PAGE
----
Mel Brooks, or pure American burlesque

It is the portrait of a man fulminating with ideas, a storyteller in his own way, with a smile and a certain derision, that Pascale Vanlerberghe presents to us in her program On an air of cinema. This is of course Mal Brooks.

Mel Brooks turned 96 this year, and still looks good, since he released his autobiography at the end of 2021: “All about me”, published by Ballantine, a biography which is not translated into French, where he recounts his life with a certain dose of humour. He makes us relive his years spent in “show business made in the USA”. A veritable mine of information on the history of cinema and television in the 20th century.

Since he was born, this genius humorist has always seen life on the bright side, always seeing the glass half full…

American director, actor, screenwriter, composer and producer, Mel Brooks alias Melvin Kaminski was born on June 28, 1926 in New York. 96 years and so many things to tell!

However, life has not always spoiled him in his early days, since he comes from a poor family of German-Russian Jewish origin having lived all his childhood in Brooklyn.

The youngest of a sibling of four boys, Melvin will consider his mother a real hero since widowed very early, at the age of 30, she raised her 4 sons alone, in the Jewish tradition, working from morning to night to educate them as he must. She liked to sing the standards of Bing Crosby, or any other singer of the moment, and Mel Brooks believes that he inherited this love of music and songs from his mother.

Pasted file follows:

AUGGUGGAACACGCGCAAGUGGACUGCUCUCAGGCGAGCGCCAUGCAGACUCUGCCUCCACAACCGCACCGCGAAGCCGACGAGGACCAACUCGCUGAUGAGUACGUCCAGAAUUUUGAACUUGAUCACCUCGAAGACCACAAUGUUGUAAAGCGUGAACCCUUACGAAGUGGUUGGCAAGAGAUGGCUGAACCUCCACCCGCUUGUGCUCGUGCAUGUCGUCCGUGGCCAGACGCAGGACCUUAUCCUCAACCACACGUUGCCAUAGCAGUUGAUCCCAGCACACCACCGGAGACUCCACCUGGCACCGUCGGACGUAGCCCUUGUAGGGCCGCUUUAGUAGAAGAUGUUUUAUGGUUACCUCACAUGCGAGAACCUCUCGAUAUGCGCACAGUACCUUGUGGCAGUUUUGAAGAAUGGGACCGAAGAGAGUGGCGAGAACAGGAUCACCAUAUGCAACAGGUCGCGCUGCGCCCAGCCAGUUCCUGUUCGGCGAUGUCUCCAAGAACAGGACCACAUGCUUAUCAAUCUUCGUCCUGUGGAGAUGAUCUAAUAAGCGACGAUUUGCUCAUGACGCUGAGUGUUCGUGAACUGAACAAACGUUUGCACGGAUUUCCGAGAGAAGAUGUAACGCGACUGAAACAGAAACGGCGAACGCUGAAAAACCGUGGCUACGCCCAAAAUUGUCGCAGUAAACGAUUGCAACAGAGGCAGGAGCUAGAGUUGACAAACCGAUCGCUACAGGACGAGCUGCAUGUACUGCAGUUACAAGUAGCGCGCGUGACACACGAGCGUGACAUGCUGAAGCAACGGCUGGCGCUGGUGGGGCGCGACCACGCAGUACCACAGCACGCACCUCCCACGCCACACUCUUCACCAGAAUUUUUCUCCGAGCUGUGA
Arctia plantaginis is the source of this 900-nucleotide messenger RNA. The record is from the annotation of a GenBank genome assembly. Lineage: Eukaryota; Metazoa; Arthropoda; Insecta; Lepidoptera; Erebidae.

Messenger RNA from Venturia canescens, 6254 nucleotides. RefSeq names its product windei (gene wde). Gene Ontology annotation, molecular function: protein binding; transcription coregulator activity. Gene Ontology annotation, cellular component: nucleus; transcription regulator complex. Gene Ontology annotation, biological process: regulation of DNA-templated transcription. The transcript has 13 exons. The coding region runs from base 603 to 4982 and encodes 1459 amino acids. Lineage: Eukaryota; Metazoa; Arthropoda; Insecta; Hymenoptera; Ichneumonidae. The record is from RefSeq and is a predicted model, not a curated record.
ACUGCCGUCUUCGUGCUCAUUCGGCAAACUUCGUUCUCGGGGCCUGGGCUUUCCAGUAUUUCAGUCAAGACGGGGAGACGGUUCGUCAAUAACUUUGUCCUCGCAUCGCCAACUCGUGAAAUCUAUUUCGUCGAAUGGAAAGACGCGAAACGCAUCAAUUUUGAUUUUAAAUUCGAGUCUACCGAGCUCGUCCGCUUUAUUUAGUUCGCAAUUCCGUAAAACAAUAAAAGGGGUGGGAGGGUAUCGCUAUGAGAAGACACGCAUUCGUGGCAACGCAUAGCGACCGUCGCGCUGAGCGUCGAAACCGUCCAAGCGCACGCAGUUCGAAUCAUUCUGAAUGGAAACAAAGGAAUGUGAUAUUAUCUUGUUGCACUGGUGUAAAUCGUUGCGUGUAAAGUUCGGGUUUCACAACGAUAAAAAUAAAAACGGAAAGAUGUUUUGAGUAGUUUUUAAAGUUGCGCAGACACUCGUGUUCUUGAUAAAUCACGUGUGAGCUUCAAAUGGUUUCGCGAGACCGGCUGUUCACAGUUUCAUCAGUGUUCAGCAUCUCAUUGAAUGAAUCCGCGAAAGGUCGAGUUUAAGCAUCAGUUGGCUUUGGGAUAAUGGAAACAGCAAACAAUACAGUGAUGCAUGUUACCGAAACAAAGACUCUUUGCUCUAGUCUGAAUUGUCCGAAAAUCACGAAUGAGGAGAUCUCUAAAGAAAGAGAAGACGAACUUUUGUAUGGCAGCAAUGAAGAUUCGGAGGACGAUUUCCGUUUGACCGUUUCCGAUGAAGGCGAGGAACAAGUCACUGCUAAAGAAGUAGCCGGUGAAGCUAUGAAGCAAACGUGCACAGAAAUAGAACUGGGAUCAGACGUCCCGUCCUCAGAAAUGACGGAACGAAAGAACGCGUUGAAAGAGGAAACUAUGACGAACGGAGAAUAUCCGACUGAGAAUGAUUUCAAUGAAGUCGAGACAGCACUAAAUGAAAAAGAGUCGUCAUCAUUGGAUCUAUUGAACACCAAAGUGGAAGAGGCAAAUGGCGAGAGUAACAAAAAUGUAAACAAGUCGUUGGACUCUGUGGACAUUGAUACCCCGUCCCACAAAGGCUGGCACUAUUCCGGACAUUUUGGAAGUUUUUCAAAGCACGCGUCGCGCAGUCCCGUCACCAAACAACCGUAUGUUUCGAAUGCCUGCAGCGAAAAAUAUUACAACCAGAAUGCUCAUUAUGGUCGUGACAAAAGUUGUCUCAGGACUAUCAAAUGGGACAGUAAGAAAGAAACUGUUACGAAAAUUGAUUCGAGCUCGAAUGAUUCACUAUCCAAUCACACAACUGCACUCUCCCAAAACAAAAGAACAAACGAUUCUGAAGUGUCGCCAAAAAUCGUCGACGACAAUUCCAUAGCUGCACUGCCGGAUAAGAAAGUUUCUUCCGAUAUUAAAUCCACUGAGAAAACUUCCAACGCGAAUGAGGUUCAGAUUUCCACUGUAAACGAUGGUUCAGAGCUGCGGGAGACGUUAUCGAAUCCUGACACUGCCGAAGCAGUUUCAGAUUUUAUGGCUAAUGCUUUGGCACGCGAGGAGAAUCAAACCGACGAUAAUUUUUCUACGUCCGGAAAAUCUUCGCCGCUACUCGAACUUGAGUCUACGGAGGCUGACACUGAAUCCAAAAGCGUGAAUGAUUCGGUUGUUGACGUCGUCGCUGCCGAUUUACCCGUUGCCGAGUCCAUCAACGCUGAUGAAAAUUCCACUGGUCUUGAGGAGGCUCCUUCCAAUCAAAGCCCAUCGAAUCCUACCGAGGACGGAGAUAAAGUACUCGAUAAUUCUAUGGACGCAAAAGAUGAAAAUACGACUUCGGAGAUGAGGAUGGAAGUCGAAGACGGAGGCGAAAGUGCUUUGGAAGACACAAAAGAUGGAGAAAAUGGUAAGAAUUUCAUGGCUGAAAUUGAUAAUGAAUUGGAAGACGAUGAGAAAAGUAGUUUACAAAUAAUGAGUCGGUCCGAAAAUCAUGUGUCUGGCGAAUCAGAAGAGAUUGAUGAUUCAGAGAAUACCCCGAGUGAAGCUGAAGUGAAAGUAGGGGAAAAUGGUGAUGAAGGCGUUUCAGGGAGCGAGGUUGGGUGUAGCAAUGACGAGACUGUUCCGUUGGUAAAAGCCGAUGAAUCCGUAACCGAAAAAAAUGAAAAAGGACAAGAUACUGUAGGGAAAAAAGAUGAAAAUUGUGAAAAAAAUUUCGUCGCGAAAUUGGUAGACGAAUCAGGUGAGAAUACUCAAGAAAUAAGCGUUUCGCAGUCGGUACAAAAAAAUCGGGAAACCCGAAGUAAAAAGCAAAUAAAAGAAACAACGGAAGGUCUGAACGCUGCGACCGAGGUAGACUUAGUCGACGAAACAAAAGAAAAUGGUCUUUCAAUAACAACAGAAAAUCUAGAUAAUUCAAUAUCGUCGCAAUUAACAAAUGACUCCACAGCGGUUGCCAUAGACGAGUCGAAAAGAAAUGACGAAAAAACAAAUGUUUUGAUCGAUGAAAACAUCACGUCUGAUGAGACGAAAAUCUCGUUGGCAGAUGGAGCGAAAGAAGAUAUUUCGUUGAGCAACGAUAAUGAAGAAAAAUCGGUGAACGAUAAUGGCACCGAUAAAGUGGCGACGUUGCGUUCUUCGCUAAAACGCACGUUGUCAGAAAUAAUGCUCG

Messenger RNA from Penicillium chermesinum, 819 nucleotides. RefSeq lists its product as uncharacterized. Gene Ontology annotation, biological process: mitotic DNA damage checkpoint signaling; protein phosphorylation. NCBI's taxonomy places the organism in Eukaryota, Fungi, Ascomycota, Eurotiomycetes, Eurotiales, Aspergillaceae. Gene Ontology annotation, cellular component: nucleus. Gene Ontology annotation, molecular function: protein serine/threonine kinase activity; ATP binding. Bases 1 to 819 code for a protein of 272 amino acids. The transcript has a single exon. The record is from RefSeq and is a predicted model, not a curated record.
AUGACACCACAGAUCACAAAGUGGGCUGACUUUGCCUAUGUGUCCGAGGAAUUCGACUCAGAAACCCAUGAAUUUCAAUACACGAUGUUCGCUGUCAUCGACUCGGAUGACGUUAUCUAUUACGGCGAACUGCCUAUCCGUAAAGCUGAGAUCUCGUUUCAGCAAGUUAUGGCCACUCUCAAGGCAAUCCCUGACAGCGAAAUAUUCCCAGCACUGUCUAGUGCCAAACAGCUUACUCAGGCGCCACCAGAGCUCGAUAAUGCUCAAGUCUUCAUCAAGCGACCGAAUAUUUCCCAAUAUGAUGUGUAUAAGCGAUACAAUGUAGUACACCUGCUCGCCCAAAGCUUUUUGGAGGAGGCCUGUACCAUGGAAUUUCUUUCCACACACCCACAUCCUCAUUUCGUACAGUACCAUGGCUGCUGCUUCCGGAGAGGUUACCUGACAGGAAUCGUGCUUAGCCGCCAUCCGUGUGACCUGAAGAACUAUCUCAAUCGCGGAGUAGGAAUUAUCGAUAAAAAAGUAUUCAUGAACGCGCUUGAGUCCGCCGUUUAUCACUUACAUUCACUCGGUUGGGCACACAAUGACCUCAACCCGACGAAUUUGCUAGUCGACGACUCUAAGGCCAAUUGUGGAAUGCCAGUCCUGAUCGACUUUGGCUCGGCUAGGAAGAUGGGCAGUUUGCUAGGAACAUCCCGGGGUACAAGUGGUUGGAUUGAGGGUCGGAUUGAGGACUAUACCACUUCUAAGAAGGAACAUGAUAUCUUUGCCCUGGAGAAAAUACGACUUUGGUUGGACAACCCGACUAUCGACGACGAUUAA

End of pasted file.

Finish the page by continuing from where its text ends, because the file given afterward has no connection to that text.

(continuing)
And it was at the age of 9 that he attended with his uncle Jo the Broadway performance of the musical “Anything goes” by Cole Porter created in 1934. It was a revelation for little Melvin: he knows then that the “musical” and him will henceforth be inseparably linked for life. He would like to be “a Broadway writer”, “a writer for Broadway”, write the stories, the characters but also the songs!

He will study the battery, will be interested in all styles of cinema such as the films of Marcel Carné, Vittorio de Sica or Orson Welles. Later, his destiny will push him to become a producer of films such as “Elephant man” by David Lynch or “The Fly” by David Cronenberg.

He will fall under the spell of all burlesques, from the Marx Brothers to Charlie Chaplin, Buster Keaton or Laurel & Hardy.

From his childhood, comedy was for him a cry of protest against death, depression or misfortune. Mel Brooks is therefore in essence happy.

He participated in the war effort during the Second World War and ended up in Normandy at the Mon repos farm in 1945 where he learned French. (He will return there later to prepare the film ELEPHANT MAN with the screenwriters of the film). For Mel Brooks, the army will be a school of life that allows him to “stand on his own two feet”.

Along with Woody Allen, Neil Simon, Carl Reiner and others, he wrote for Sid Caesar’s Your Show of Shows, which later became Caesar’s Hour.

Subsequently, Mel Brooks and Buck Henry, also an actor and screenwriter, worked together to create on television the famous spy parody Max la Menace (Get Smart) broadcast from 1965 to 1970, with Don Adams.

Success is at his doorstep and he then begins the production of feature films such as “the Producers” (Oscar winner), “The sheriff is in prison”, “Frankenstein Jr” or “Silent Movie” which will be the vectors of a long career. accompanied by favorite actors and friends, such as Gene Wilder or Marty Feldman. As for the choice of composer, Mel Brooks worked most of the time with the American John Morris.

Mel Brooks, or pure American burlesque